One of the best aspects of Butter + Love is the team of people that help make all the magic happen. Although I've tried to do it all myself - especially in the beginning of the company - it's just not possible. Well, it's possible - it just makes me super grumpy... and nobody likes a grumpy baker.
No, instead I've started to assemble a pretty fantastic team, Team B+L. Some work with me in the trenches every day, some for just a matter of hours each week, one from the West Coast, and one who although she has a full-time job at a magazine, occasionally pops in the kitchen to help us make cookies... just because she likes cookies. Over the coming months I want to introduce you to each one, but today, we're going to get to know this last one I mentioned - our hard-working and talented volunteer, Ellie Nowak.
She first came to us by the recommendation of a friend who told us, "Ellie is an amazing baker, one of our best friends, and she has a baking blog called The Boozy Bakeshop where she bakes booze into things. She's curious how a professional bakery is run, so she'd love to volunteer from time to time." I took a look at her blog and was immediately taken with her - any gal who's willing to throw a little tequila (and a dash of snarky sentimentality) in a cupcake just to see what happens, is A-OK with me! A few email exchanges later, Ellie started showing up to the kitchen and B+L started to benefit from her talent, hard work, humor, and willingness to bring in homemade limoncello ice cream.
So, without further ado, I invite you to enjoy the musings, witticisms, and insight of one Miss Ellie Nowak...
The Tin Man
I never much cared for The Wizard of Oz. Perhaps it’s because, while all my friends were dreaming of being a girl from Kansas, with visions of MGM Technicolor dancing in their heads, I failed to find a connection with the cotton-smocked, pigtailed allegory of Frank L. Baum’s feminist sympathies and whatever it was about the silver standard. William Jennings Bryan and allegory aside, the problem was simple: I’m the Tin Man.
Yep, that awkward, funnel hatted, silver faced woodsman is me. Due to an ill-fated love affair, the Tin Man chopped off all of his own limbs with a wickedly enchanted axe. Clever man, he replaced each part with tin, which makes him tireless, without need for food or drink, but devoid of internal organs. Without a heart, he cannot love. Yet, for all his lack of aorta, the Tin Man is kind of the emotional hot mess of the team. I mean, he cries over accidentally crushing a bug.
Like the Tin Man, I don’t have a heart. Yeah, I have the necessary muscle tissue that contracts and expands - I’m not like Iron Man or made of pig valves - but I lack a metaphorical heart, the one that spurts butterflies and romance when punctured. I tire periodically, but I have an innate ability to run in 4-inch heels. I don’t need food and water; I can subsist on Twizzlers and coffee for days. So what do I do when circumstances require a welling of surface emotion? Like the Tin Man, I cry, then I stress-bake and feed people.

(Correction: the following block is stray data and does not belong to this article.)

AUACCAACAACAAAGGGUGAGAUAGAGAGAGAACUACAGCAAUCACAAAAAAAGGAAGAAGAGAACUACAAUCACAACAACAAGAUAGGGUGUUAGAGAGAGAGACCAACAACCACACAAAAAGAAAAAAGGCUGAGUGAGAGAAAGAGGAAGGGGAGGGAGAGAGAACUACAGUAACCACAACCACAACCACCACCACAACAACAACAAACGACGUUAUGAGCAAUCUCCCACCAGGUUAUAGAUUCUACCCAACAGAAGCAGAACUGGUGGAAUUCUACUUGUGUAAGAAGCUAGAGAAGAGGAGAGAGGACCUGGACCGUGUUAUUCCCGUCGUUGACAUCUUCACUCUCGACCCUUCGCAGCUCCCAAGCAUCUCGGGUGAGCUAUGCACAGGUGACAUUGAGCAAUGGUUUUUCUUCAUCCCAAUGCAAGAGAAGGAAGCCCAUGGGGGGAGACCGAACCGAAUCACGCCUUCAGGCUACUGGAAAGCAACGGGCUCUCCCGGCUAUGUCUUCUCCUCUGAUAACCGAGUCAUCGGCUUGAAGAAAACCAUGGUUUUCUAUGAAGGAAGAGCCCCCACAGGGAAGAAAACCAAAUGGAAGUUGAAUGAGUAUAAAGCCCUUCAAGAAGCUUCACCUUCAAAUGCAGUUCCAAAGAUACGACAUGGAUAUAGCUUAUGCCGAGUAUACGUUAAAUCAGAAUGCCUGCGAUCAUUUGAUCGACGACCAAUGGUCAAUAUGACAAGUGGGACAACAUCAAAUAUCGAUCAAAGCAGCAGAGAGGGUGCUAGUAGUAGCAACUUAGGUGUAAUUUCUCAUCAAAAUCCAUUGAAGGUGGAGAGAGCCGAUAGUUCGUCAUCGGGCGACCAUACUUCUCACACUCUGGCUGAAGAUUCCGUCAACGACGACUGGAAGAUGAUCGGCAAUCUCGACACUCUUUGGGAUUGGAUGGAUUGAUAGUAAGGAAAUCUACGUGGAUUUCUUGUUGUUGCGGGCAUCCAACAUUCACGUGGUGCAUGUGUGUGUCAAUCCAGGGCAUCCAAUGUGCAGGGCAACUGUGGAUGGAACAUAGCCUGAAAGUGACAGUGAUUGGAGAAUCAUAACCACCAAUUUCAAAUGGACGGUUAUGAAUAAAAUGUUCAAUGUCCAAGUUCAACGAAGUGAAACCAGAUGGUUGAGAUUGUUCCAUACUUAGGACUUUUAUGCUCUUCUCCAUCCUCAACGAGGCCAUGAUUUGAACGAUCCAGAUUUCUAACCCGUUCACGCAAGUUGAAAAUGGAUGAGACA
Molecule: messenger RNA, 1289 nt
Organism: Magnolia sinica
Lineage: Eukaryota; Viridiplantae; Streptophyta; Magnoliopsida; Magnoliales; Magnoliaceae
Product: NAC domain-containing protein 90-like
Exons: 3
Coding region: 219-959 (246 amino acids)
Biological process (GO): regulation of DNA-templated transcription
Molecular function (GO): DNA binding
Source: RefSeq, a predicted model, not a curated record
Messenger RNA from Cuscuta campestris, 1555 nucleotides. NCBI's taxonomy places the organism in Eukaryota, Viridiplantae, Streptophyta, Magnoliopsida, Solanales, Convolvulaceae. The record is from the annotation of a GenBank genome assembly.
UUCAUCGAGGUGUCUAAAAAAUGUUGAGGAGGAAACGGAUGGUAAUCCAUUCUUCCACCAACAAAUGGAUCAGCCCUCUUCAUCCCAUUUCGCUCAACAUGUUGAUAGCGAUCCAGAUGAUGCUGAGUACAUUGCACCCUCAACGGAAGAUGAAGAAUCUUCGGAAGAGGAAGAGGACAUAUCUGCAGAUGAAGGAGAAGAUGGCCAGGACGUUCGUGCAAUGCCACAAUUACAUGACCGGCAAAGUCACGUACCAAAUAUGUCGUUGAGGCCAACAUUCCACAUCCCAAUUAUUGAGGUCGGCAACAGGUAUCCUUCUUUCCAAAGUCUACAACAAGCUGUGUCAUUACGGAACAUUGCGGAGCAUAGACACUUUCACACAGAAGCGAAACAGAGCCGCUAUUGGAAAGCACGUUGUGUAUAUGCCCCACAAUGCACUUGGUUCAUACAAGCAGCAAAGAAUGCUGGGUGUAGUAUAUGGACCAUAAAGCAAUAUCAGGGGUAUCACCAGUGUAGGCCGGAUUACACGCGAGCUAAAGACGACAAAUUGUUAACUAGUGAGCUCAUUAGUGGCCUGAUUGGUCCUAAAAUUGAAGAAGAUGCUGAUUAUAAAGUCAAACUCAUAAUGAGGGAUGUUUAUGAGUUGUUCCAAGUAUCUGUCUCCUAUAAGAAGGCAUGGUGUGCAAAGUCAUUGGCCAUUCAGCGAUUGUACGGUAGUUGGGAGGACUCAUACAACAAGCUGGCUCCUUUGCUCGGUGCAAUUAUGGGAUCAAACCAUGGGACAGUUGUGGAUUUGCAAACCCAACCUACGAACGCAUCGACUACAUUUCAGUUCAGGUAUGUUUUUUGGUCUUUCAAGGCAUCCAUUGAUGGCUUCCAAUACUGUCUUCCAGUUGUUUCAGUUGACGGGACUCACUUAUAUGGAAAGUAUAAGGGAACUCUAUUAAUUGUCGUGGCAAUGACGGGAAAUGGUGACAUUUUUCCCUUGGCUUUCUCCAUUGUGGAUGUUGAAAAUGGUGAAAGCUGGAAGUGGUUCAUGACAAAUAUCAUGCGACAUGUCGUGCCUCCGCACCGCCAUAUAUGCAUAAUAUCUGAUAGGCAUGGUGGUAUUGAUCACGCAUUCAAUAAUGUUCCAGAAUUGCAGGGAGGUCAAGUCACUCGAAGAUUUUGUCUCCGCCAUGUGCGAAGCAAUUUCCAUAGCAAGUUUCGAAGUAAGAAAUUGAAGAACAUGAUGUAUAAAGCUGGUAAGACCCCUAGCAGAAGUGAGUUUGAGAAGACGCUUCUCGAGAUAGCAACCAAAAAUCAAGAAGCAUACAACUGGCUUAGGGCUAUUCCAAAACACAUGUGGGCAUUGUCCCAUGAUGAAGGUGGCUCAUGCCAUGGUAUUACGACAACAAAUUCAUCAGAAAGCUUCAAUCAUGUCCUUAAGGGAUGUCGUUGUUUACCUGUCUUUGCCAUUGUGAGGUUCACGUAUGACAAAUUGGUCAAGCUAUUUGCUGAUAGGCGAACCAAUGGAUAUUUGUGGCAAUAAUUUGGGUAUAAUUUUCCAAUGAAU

I could make a convenient scapegoat of my family; I grew up in a household that never said squishy, sentimental I love yous. Not out loud, anyway. The feeling was there, baked in a pie, like so many proverbial blackbirds. “Hi, are you hungry? Did you eat?” greets you at the door, promptly followed by an outpouring of pot roast, hand-kneaded bread, and an oh-how-convenient-i-just-happened-to-have-a-sponge-cake-and-fresh-berries-here. We argue about the price of lettuce. For my birthday, I ask for butter. Every important conversation happens at the dinner table, though as a stranger in my family, you might need subtitles. We are generations of cooks, bad and good, and this act of giving, of breaking bread, of making the consumable something beautiful, is in itself a language of love.(Fortunately, we are also a family of fast metabolisms).
I hope that this food/love language translates to the real world, because as an adult, I’m still the Tin Man. I’m jointed, but I rattle and clank; words are awkward and often poor. My jaw gets rusty and I say nothing. But I do my Christmas shopping at the butcher counter. I apologize with a bowl of soup. Chocolate salted caramel cupcakes mean thank you; booze-filled pie is the declaration of love that can’t be spoken. Monthly dinners with my NYC family tree spell out whole paragraphs of I need you/I care about you/I want to know you better/I’ve missed you/someone please open the bottle of scotch. And I make an incredibly seductive Thanksgiving turkey. That's right. Incredibly. Seductive. Turkey.
For me, each dish, each cookie, comes from a place of passion, not just for the culinary, but also for the act of creating meaning in a meal. This food is not for survival, but for living. It is for every value I can’t place, every word I can’t say. It makes it possible to go through life tireless and clever, rattling and clanking, polished to a shine. It is a heart of my own making, sawdust filled, but tender.
And I’ve found that girls from Kansas really do make for nice company.